So is testing lawful?  In a word, yes.  The United States Supreme Court sanctioned these types of testing practices over twenty years ago.  So how do you avoid a tester-based housing discrimination claim?  The key is to have strong policies and procedures in place in ensure that all similar prospects are treated equally, and to instill those policies and procedures in employees through training.  In addition, it is essential to maintain records of all interactions with prospects, and to document the reasons for any deviations from standard procedure (e.g., if a leasing agent shows a prospect a unit that is not on the standard tour because of a maintenance issue, the reason for the deviation should be documented and kept on file).  Keeping proper records of leasing availability, prospect interaction, and deviations from policy may prove invaluable in the event that you find yourself defending against a discrimination claim from a fair housing advocacy group or tester!

Basics Of NC Lien Law – Part 2 – Claim Of Lien On Funds

We looked at the Claim of Lien on Real Property in Part 1.  This week, let’s take a look at the second type of lien in North Carolina, the claim of lien on funds.   Basically, a lien on funds allows a subcontractor to prevent a property owner from paying the general contractor who has failed to pay its subcontractors.

The Lien on Funds

The claim of lien on funds is available to all contractors of any tier.  This lien allows the subcontractor to have a lien right to any funds owed to the party with whom they entered into the contract.  In other words, the lien on funds exists to the extent that there is money owed to the tier immediately above the subcontractor.  A subcontractor’s lien upon funds arises, attaches and is effective immediately on the first furnishing of labor or materials.  There is no time limit by which a subcontractor or supplier has to assert a claim of lien on funds, but it is not perfected until it is served on the party holding the funds (the “obligor”).  The lien upon funds relates back to the date the contractor or supplier first furnished labor or materials to the construction project.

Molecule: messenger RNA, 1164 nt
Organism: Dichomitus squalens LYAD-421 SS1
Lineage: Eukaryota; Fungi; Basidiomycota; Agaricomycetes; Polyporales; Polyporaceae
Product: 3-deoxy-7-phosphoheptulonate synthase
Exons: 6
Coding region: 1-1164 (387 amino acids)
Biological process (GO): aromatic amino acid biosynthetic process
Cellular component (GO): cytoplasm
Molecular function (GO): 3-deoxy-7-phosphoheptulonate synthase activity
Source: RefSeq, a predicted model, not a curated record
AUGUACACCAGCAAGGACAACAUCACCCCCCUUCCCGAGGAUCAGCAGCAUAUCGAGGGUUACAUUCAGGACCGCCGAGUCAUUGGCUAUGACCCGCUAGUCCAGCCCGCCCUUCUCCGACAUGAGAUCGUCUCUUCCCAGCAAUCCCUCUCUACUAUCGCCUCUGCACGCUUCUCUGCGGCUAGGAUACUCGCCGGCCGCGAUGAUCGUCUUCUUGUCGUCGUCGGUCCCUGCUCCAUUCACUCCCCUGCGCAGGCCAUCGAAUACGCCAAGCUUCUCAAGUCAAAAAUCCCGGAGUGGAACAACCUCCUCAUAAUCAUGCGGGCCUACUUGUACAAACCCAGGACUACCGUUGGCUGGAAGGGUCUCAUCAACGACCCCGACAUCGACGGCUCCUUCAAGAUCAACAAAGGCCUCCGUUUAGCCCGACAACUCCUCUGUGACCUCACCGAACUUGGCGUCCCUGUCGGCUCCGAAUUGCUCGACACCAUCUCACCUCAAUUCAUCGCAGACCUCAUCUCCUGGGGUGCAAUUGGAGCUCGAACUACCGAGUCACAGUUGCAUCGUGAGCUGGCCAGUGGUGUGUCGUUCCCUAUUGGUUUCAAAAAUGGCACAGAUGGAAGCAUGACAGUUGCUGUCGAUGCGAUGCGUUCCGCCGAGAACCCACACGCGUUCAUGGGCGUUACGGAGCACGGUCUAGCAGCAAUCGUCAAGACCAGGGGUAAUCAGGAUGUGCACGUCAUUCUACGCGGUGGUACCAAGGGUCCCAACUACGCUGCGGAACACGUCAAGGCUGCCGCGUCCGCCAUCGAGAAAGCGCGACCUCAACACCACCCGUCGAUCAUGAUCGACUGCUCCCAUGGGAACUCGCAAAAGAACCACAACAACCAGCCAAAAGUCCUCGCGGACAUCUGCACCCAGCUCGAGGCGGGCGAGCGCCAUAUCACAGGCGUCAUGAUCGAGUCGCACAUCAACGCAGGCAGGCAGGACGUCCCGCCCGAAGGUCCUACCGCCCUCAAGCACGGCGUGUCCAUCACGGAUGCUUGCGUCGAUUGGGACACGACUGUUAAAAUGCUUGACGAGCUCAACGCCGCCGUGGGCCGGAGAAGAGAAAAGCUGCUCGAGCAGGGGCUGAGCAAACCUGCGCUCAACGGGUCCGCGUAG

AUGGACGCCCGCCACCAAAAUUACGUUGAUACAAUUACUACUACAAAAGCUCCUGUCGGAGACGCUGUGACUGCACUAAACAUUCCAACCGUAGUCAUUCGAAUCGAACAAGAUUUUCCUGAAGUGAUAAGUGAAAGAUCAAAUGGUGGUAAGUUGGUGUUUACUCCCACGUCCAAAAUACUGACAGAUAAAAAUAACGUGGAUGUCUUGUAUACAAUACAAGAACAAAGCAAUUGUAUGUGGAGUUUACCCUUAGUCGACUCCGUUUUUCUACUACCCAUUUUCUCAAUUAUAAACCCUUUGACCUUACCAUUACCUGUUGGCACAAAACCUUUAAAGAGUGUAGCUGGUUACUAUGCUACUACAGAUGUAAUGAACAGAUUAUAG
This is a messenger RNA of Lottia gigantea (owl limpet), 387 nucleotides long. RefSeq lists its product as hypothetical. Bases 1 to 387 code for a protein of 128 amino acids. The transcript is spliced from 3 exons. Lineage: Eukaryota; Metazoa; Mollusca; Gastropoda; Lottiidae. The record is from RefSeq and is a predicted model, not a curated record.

What are the notice requirements?

The notice must include all statutorily required information as set forth in NCGS § 44A-19 and substantially follow statutory form for the applicable tier (NCGS § 44A-19(b) and (c)).

How must the Notice of Lien on Funds be Served?

The notice of a claim of lien on funds must be served by personal delivery or by service authorized under Rule 4 of the North Carolina Rules of Civil Procedure.  Notice does not get filed with the Clerk of Superior Court, unless it is attached to a claim of lien on real property that is filed with the Clerk or filed to discharge the claim of lien upon funds.

What if I Receive a Notice of Claim of Lien Upon Funds?

Upon receiving a notice of lien on funds, the owner is obligated to retain funds subject to all liens up to the total amount received.  A perfected notice flows with any payments and obligors/owners are personally liable up to the amounts of wrongful payments, up to the total of claims received prior to payment.   But, if the owner has spent all the funds due under the contract for the project, the subcontractor cannot recover.   If the owner does become personally liable to the subcontractor, then it has a claim against the general contractor for indemnification.  But, if the general contractor has no money (as is usually the case), that claim is essentially worthless.  The better practice for the owner receiving a notice of claim of lien on funds is to stop paying anyone until the issue is resolved or to post a bond or cash payment with the Court.